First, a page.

Titanium dioxide giant Tronox has delivered double the savings it anticipated in the buy-out of Cristal, as it gears up to embrace the industry’s return to growth.
The US giant, now top-hatted in the UK, bought out the Saudi Arabian rival in the production of the crucial whitening agent in a £1.27 billion acquisition.
A torturous process, the agreement was called in by US and EU authorities due to fears over competition, finally agreeing in the spring of 2019 – 777 days after the deal was announed.
At Stallingborough, on the South Bank of the Humber, Tronox’s third largest plant – and the biggest in Europe – employs 400 people, with an annual production capacity of 165,000 tonnes. It sits behind Hamilton US, and Yanbu Saudi Arabia in the portfolio, with Jeffry Quinn, chairman and chief executive, visiting last summer.
Reviewing the fourth quarter results that saw revenues of $693 million (£535m) contribute to an annual figure of $2.6 billion (£2b), he said: “2019 marked a transformative year for Tronox with the close of the Cristal acquisition.
“As the world’s largest vertically integrated TiO2 producer with an unmatched global footprint, we continue to grow with our customers as they grow anywhere in the world and benefit from our alignment with customers growing faster than the overall market. We are well-positioned to create significant value for our shareholders.
“Certainly, economic and global macro uncertainty remain as we have entered 2020, but we believe the outlook for the TiO2 sector is strong. As we emerge from a prolonged, but shallow industry trough, we have seen the beginning of an uptick in volumes and believe that historically this has been a precursor to an improving price environment.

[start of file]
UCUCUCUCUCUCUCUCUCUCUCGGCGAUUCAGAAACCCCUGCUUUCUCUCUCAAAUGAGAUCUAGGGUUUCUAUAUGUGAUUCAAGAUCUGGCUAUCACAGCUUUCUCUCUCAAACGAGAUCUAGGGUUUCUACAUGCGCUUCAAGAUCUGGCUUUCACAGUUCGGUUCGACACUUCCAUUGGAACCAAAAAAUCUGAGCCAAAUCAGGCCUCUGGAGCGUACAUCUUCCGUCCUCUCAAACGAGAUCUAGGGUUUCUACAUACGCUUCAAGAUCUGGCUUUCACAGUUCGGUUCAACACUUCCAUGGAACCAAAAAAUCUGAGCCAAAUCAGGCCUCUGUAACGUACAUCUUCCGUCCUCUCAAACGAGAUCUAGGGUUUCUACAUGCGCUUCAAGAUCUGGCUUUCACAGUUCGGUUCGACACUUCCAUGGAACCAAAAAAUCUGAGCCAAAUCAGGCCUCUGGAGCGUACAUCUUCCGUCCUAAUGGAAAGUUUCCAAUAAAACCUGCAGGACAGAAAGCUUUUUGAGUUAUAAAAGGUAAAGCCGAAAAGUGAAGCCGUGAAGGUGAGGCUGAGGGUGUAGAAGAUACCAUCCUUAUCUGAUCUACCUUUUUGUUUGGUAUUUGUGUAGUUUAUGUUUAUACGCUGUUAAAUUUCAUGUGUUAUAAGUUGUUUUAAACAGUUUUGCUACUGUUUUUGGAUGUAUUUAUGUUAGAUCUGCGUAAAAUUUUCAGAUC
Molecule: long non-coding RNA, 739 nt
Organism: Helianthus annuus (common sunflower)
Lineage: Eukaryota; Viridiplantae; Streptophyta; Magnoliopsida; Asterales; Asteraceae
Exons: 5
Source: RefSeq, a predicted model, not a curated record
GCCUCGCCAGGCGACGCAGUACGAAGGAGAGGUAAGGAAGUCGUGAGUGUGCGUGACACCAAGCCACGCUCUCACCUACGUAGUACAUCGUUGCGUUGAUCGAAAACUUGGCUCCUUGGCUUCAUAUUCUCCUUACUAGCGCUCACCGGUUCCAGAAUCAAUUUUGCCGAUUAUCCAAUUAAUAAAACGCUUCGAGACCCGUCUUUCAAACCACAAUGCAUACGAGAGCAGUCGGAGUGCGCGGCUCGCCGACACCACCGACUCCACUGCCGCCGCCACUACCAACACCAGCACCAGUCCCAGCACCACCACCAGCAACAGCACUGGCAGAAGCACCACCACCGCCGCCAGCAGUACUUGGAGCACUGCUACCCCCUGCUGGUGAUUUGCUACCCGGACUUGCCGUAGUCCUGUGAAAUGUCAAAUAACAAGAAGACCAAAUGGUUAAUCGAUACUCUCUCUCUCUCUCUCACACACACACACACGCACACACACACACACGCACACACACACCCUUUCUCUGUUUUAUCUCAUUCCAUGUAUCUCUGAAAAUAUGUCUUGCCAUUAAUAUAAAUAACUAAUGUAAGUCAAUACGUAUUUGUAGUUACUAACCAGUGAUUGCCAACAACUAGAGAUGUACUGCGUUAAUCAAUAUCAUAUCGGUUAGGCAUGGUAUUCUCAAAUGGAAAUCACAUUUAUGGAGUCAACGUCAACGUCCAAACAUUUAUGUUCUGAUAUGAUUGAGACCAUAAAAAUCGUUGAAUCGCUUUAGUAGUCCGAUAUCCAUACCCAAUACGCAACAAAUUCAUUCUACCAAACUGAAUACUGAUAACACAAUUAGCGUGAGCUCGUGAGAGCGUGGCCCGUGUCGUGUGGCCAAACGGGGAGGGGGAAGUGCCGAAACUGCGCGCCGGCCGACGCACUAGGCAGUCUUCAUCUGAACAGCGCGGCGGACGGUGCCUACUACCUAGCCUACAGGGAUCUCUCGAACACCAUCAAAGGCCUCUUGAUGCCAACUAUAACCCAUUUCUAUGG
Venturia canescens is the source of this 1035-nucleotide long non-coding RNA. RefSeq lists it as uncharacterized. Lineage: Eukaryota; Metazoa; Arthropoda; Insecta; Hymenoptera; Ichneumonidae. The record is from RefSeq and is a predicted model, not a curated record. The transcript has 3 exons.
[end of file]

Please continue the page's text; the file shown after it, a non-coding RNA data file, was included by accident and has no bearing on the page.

“Due to our competitive advantage of vertical integration through a global footprint, we are confident that we will continue to outperform our industry peers irrespective of the economic environment. We will deliver on our financial targets while remaining committed to employee development, safety and sustainability.”
Tronox mines raw material as well as producing the substance, used in items from toothpaste and paint to window frames and paper. During his visit Mr Quinn told how the Humber plant was ripe for growth, batting off Brexit concerns.
Continuing the analysis, Mr Quinn said: “Our financial performance in 2019 was driven by strong execution on the many operating and commercial initiatives that were within our control, such as delivering synergies through our accelerated acquisition integration programme, optimising our global vertically integrated footprint, managing our cost structure and wisely allocating capital.
“Despite macro-economic challenges, our Adjusted EBITDA margin remained strong at 23 percent, we generated free cash flow of $214 million (£165m) and returned $315 million (£243m) to shareholders through share repurchases and our dividend. We also achieved total acquisition synergies of $89 million (£68m) during the year, exceeding our Investor Day target by $44 million (£34m) and third quarter increased guidance by $24 million (£18m).